The Black Power Conference a few days after Newark burned established a general consensus around black capitalism. The spirit of opposition to white domination must not be assimilated to the simple desire of replacing it by a black one. A black bourgeoisie would be faced with the necessity of maintaining want and need -- of organizing against abundance -- in ways no doubt identical to those practiced by the prevailing state. Behind the desire to want to control the means for the organization of black wealth as behind the fear of extinction of the blacks (as in excess to the needs of white wealth) lies the same world of imposed poverty, a hoax to keep men [sic] struggling for what they already have, their's for the taking.
There is no need to make elaborate proofs of starvation in America, tumefied bellies from Kentucky to Mississippi, long-range starvation through malnutrition in the ghettoes and scattered through all the communities with high unemployment rates. We have seen photos in the daily press, we have heard Congress be pickeyune over the word they would like to choose up there to designate the condition. And the next day the farmers are paid not to grow wheat. Confusedly perhaps, but surely, all the bureaucrats -- from president to welfare worker -- realize that the problem of poverty is administrative. Men [sic] are not dying because there is not enough food to go around. This is not the older struggle of tearing out of nature enough to feed the living. The truth of poverty is that it is imposed. Anything today that does not aim at a total dissolution of society is a return to it, and thereby a re-intensification of its structure.
The project of the bourgeoisie has been to dominate nature, the old enemy, from which nothing could be taken without its being torn away. The past 100 years -- and particularly the last 25 -- have witnessed the victory of this project. But having dominated nature, the system organized for that purpose has merely tilted over into plunder. So we are forced to live as though the ancient struggles were still primary: the victory amounts to nothing. The potential for liberation is denied. The illusion of scarcity drives them [?] into a false opposition, while the true enemy remains, hard at work trying to recuperate the world that made it. It maintains itself by a fragmentation of problems, which it sometimes calls a pluralistic approach.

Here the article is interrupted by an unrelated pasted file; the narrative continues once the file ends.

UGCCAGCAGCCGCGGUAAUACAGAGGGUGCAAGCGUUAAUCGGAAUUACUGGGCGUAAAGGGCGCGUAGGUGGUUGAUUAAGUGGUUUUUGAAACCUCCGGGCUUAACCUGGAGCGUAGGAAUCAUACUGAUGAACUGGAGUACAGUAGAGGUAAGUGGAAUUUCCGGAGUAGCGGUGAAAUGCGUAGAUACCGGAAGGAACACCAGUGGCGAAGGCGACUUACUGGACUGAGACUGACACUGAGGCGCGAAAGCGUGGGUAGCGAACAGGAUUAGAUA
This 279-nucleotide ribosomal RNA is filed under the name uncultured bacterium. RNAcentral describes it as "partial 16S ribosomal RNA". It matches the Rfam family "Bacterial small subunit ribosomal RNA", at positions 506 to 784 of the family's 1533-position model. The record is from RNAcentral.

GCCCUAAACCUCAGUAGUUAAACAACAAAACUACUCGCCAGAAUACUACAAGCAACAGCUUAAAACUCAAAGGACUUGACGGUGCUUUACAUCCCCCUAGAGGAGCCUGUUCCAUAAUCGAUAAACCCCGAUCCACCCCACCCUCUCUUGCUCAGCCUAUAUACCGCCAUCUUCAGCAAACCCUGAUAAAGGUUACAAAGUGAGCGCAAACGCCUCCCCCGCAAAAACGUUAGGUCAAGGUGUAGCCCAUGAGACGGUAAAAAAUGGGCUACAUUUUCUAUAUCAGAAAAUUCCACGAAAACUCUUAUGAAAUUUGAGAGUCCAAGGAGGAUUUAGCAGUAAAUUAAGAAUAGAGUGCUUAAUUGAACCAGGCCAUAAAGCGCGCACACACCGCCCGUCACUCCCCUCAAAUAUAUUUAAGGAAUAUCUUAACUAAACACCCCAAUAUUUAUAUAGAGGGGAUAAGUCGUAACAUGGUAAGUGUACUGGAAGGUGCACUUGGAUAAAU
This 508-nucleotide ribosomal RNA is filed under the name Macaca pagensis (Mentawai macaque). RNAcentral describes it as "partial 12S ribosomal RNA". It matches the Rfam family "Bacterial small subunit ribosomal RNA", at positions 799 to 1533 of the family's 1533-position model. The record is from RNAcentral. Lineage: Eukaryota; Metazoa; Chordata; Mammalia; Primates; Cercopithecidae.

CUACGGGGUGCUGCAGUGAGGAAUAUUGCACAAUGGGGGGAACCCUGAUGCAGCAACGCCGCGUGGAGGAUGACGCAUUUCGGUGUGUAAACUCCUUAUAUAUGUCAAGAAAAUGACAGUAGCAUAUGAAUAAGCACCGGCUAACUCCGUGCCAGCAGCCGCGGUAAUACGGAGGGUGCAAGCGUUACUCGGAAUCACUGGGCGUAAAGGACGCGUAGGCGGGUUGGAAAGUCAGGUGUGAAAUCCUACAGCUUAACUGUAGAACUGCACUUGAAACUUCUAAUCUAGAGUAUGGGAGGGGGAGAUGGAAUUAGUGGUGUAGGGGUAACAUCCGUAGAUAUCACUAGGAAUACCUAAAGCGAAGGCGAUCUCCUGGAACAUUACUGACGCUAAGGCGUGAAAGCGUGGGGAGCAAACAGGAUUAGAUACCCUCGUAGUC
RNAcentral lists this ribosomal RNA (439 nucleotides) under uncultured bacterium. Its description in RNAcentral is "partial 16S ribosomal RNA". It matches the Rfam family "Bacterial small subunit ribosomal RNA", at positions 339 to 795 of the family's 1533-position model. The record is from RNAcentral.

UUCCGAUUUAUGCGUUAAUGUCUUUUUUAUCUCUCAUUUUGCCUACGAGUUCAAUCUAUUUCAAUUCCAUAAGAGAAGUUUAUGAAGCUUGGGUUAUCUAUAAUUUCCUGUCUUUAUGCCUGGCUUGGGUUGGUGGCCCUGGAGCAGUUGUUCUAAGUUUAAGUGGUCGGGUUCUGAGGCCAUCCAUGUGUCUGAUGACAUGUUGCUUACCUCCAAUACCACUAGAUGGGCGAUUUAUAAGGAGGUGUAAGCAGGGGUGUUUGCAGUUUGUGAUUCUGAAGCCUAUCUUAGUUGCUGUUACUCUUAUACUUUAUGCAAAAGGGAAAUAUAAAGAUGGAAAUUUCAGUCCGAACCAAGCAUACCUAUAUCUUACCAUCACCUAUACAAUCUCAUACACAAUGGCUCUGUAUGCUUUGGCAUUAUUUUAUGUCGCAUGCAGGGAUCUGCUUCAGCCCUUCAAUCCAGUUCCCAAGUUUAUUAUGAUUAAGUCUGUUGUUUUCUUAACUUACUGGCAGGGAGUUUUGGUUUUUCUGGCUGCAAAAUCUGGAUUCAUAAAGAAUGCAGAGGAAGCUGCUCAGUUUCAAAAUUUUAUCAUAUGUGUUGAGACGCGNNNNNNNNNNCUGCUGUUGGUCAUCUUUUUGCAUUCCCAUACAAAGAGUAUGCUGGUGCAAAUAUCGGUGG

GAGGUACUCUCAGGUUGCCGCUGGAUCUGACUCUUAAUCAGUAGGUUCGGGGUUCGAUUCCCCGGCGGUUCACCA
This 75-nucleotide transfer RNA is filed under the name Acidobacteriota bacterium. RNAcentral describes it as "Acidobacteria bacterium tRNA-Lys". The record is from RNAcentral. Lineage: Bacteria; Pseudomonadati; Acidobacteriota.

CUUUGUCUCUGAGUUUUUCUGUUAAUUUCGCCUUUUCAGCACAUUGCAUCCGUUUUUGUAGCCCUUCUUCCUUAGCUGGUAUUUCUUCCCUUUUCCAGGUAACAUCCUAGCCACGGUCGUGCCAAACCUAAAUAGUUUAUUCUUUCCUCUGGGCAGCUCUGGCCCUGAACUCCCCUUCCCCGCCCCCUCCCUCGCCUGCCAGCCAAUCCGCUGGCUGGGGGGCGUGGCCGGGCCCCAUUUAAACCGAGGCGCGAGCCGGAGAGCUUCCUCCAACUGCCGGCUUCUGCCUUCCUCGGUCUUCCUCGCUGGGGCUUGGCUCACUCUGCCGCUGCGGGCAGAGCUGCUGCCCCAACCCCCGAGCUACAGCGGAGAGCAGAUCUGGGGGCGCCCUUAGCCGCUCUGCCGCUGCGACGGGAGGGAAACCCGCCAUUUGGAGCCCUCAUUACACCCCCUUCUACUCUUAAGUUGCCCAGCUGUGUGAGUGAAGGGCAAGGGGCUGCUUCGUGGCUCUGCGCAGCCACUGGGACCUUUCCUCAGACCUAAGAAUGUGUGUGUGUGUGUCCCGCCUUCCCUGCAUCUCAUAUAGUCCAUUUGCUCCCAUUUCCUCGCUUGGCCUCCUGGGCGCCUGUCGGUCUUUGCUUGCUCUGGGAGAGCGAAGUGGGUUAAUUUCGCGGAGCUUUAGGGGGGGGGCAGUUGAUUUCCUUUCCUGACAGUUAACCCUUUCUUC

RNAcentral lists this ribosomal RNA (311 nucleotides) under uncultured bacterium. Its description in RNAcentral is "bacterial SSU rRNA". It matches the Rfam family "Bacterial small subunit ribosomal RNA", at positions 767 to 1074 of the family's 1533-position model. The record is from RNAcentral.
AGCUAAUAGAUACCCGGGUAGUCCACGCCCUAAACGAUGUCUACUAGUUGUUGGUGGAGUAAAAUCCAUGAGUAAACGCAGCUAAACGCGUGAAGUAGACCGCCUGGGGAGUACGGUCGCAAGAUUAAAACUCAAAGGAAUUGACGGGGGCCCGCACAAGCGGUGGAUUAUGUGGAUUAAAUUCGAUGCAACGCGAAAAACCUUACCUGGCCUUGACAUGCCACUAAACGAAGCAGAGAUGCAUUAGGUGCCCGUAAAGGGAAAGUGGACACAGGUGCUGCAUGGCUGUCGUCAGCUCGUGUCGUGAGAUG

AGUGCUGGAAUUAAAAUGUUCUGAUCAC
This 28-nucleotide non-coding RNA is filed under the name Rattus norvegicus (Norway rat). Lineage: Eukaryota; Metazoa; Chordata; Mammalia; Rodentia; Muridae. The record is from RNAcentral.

Besides the question of migration and immigration endemic to American cities, the expansion of population, the desertion of farms for the cities, the city faces a fundamental crisis in kind. It is no accident that the city is de-natured. It has always been a fortress against the ancient enemy, nature. And the enemy is [one] no longer. In the glassbubble cities of the city-planners, we see a vision of the future as a mere extension of the present, a prefabricated environment from which nature has been excluded. The system, as always, can only mirror itself, draw logical extensions of itself, even on the time span of eternity: whether on the morose tones of Spengler or the jubilant ones of McLuhan.
The transformation of historical existence into liberation also involves the destruction of what has been the city. It must be reborn in a new relation with the countryside, lead to a new harmony between man and nature. The rioters wanted to burn down the cities like the wildcat strikers turn to the destruction of cars and homes: intuitively they attack the dead objects that serve to crush them, to maintain them in their servitude. Each saw in the riots the particular realization or premonition of his dream, which could be a nightmare. But how many chose to ignore the direct attack they laid on what is fed to all of us as "life," with its well-defined roads to factory and pool-hall, to work and pleasure, both organized, both shells, both a continuation of existence by forced means, in the shadow of life?
Also available from the Council for the Liberation of Daily Life [Robert Chasse and Bruce Elwell]: "Desire and Need," and "The Human Condition and Beyond," 1967.
From COMMENT [Murray Bookchin, NYC]: "Ecology and Revolutionary Thought," and "Toward a Liberatory Technology."
From the Situationist International [Tony Verlaan, NYC]: "Address to the Revolutionaries of Algeria and of all other Countries," "The Totality for Kids," "The Decline and Fall of the Spectacular Commodity Economy," "On the Poverty of Student Life," "Ten Days that Shook the University," and "The Return of the Durruti [sic] Column."
Text from https://www.notbored.org/hall.html